Erroneous Testing of Masonry Grout
by Mark Lukkarila
A good deal of time is spent each year having to respond to statements like, “The samples did not meet the specified strength.” Prior to the response in writing, the cause of the lower than anticipated strengths needs to be identified. This in itself can be very time consuming and costly. Much like mortar, grout can be specified by proportion (Table 1 in ASTM C 476) or by compressive strength. Meeting the specified strength is typically not a problem with properly proportioned grout mixtures and proper testing protocol.
Compressive strength is the criteria typically used for determining the acceptability of the grout mixture. There are many reasons why the strength of a grout comes back as “failed to meet the specified strength.” Some of the more common reasons for lower than anticipated strengths include:
· High air content
· High water-to-cementitious ratio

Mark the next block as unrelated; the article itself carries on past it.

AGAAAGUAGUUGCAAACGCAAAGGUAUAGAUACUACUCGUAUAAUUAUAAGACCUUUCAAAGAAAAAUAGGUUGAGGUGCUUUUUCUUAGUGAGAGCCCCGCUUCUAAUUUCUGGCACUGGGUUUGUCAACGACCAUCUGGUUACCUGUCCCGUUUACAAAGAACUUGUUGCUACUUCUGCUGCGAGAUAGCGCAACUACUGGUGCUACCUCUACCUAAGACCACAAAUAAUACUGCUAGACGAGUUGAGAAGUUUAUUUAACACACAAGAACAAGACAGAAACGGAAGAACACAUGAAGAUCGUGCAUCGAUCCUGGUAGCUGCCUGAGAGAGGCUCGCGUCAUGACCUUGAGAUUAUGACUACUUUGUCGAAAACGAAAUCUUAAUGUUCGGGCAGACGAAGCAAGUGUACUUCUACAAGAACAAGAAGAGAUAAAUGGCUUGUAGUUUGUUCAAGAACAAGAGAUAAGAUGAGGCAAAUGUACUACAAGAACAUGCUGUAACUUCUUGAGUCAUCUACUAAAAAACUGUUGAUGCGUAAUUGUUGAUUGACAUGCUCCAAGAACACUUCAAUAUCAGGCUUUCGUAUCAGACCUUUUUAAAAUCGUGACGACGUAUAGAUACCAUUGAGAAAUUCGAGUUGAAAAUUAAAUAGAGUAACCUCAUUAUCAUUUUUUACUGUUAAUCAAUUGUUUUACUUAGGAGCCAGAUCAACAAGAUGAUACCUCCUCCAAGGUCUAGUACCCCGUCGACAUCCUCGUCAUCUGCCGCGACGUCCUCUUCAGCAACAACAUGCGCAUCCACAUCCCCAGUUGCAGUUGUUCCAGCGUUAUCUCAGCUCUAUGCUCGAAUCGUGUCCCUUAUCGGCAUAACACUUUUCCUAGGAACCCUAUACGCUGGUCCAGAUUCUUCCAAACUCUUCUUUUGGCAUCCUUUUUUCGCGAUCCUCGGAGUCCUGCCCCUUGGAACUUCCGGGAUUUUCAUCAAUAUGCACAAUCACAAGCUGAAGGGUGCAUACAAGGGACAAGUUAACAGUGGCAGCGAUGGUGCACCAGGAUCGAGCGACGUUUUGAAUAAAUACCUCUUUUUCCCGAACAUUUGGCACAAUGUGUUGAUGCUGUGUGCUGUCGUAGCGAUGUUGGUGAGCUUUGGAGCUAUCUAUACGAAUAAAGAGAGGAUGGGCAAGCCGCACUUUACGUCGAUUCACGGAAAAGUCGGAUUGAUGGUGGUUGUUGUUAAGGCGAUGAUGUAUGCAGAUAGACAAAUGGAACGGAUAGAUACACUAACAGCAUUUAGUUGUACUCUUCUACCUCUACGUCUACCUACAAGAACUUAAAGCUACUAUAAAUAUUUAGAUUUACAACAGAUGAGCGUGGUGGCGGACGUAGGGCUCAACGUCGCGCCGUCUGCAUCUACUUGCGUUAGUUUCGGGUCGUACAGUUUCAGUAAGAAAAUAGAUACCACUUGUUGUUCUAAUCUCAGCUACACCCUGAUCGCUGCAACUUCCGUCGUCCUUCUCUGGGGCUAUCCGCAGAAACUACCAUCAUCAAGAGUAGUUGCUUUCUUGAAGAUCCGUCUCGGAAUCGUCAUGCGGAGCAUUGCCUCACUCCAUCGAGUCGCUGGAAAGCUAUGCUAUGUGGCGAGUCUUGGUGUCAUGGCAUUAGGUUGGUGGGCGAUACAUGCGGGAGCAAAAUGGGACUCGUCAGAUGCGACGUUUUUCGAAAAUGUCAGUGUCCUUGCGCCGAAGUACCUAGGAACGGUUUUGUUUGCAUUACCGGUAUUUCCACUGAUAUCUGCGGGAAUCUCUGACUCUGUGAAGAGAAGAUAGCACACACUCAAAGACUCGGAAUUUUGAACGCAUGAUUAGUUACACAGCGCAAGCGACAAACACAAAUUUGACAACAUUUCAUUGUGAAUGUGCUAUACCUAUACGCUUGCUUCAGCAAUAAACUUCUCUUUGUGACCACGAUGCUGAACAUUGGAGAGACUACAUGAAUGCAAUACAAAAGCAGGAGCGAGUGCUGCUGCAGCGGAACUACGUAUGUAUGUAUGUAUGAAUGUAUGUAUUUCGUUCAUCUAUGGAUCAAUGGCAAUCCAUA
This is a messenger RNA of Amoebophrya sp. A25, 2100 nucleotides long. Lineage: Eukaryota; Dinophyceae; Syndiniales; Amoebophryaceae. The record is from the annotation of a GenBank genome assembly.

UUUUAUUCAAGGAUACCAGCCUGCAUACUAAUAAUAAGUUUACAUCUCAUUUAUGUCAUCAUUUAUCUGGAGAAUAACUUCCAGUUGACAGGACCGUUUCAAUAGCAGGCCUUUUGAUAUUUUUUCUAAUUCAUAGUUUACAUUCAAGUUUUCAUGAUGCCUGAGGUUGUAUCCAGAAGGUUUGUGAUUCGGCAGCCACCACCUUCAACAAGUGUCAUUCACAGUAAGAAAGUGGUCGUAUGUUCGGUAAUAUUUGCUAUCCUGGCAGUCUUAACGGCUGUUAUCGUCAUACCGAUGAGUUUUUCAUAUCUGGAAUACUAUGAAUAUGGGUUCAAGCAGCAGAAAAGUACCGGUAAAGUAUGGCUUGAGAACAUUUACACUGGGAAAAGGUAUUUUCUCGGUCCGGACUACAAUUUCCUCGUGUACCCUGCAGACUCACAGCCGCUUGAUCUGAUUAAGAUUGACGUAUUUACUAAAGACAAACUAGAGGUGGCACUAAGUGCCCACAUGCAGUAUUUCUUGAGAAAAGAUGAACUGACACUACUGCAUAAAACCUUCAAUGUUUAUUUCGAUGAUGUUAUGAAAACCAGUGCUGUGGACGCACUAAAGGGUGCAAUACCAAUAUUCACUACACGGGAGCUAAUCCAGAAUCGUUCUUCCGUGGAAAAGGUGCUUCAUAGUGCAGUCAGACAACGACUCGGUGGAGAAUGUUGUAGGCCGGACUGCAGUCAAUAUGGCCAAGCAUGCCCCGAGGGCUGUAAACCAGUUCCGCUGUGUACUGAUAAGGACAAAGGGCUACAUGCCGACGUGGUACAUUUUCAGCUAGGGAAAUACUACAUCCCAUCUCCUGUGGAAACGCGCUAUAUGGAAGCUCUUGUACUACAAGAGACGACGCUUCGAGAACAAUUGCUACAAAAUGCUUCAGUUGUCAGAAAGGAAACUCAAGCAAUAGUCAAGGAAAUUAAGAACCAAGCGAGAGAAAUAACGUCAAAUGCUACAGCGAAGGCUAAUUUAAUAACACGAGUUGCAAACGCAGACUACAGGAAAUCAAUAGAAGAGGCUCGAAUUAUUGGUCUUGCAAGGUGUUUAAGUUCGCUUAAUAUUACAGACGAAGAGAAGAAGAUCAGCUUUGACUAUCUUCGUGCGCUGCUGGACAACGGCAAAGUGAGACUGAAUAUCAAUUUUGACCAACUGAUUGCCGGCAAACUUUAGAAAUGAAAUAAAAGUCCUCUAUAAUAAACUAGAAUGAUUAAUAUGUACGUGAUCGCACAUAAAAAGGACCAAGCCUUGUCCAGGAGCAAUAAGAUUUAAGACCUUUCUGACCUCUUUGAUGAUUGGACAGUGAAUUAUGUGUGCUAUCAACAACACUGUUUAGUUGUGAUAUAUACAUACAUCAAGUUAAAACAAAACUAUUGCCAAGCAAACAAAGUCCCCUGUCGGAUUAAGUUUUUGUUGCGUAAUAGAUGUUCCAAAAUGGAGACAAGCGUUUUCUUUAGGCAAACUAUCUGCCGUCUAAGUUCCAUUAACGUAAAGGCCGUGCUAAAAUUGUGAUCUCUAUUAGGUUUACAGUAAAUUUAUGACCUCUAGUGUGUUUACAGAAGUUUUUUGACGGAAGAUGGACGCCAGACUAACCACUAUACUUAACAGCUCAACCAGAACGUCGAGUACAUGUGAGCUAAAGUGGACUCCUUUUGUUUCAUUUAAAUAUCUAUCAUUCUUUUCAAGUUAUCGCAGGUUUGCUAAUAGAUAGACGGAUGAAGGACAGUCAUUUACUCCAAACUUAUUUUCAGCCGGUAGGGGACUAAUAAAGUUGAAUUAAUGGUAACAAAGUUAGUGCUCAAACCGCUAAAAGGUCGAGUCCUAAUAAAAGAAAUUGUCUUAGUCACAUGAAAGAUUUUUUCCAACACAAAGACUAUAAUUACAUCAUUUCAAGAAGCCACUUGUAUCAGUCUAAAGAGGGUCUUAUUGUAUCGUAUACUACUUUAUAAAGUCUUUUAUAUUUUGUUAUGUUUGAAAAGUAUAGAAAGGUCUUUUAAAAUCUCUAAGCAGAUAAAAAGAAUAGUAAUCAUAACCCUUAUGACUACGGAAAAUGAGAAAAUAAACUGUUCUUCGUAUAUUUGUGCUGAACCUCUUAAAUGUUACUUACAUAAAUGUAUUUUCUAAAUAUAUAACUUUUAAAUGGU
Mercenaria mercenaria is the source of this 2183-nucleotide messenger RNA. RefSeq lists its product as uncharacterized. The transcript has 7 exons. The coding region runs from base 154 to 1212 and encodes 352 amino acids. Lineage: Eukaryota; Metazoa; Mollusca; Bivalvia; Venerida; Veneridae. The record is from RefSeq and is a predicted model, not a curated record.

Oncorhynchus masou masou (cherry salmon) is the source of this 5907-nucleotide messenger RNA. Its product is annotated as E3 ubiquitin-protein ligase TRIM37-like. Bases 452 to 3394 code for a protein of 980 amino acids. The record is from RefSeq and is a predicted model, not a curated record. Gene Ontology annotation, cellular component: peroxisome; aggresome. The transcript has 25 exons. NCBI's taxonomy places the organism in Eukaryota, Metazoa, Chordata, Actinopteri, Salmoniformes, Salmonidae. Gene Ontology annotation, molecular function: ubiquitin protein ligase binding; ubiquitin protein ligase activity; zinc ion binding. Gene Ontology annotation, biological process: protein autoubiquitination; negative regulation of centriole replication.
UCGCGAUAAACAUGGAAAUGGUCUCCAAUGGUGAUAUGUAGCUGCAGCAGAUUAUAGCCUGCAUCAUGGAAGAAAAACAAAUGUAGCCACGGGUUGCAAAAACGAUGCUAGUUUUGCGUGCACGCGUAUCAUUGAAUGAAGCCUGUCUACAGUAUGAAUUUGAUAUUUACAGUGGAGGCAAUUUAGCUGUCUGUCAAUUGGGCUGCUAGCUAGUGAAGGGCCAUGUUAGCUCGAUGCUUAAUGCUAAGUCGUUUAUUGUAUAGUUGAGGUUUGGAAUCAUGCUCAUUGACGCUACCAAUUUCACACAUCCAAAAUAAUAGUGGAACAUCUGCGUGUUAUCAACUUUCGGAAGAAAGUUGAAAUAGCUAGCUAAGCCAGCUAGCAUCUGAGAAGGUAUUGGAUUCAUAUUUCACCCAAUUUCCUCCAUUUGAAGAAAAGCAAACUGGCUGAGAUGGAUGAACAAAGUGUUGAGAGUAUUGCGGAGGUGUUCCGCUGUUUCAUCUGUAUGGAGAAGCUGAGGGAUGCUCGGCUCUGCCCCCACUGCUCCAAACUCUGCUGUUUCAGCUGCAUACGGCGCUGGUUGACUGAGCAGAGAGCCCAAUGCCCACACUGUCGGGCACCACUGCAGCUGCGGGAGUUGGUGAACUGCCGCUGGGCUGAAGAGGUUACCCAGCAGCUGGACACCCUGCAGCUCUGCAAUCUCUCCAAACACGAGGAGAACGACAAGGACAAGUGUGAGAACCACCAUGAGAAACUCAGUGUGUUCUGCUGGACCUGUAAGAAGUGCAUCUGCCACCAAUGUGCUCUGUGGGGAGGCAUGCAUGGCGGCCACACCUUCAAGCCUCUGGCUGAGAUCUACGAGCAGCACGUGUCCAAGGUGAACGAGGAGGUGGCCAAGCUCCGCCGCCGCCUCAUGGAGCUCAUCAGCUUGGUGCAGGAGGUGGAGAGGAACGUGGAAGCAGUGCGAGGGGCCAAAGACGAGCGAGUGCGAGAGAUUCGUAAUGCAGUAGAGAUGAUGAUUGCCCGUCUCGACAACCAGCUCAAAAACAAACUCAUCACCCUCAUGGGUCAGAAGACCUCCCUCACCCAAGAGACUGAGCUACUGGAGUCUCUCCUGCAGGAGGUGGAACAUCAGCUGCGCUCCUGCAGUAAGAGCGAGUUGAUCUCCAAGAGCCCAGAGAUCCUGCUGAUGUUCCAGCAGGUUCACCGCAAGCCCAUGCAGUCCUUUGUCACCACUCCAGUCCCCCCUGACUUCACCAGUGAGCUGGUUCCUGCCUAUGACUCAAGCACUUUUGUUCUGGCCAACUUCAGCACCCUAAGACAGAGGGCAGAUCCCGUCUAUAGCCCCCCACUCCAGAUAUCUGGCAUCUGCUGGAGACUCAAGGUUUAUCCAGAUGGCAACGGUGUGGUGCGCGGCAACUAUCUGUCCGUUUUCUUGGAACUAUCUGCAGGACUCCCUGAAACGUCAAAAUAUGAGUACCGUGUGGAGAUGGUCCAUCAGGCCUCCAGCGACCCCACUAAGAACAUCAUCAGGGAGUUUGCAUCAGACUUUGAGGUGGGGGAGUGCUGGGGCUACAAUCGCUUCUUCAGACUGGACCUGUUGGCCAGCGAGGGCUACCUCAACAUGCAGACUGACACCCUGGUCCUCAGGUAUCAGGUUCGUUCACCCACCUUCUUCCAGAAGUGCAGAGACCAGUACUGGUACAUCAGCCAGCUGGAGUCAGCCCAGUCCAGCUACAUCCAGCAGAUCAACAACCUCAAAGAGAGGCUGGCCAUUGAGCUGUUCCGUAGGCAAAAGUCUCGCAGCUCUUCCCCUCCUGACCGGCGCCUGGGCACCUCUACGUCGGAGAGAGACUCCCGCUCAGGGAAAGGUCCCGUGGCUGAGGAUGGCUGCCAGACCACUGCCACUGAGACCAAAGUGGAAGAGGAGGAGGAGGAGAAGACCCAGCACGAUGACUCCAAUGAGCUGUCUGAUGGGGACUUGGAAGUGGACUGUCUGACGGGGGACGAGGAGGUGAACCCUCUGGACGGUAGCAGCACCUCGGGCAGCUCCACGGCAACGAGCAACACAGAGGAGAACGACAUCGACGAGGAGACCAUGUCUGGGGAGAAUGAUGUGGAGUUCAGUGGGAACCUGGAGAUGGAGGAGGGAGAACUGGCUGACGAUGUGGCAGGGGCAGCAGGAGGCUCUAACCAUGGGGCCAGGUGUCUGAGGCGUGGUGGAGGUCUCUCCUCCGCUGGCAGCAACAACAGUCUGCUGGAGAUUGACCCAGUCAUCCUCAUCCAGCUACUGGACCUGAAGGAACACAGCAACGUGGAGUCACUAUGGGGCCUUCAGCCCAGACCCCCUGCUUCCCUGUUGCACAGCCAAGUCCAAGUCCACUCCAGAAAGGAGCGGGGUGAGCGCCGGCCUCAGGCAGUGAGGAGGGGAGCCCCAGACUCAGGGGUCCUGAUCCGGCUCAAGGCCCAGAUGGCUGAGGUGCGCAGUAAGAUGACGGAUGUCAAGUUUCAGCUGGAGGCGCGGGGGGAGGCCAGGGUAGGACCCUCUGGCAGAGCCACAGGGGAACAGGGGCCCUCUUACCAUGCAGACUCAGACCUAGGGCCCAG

· Frozen grout sample
· Wrong sampling and testing protocol
Unlike ordinary concrete, most grouts are designed with high water contents for workability and to compensate for the mix water that will be absorbed by the concrete masonry units. This is why ASTM C 1019 Standard Test Method for Sampling and Testing Grout must be used as the standard test procedure. ASTM C 1019 specifies that molds be constructed of “masonry units having the same absorption and moisture content characteristics as those being used in the construction.” Nonabsorbent cylinder or cube molds should not be used for casting grout specimens for compressive strength. The use of nonabsorbent molds can result in reported strengths that significantly lower than the actual in-place grout. This is due mainly to the higher water-to-cementitious ratio in the specimens than the in-place grout.
Using the right test procedure and conducting the tests properly are a crucial part of any project. If you are unsure about which test procedures are applicable, contact a SPEC MIX, LLC. representative.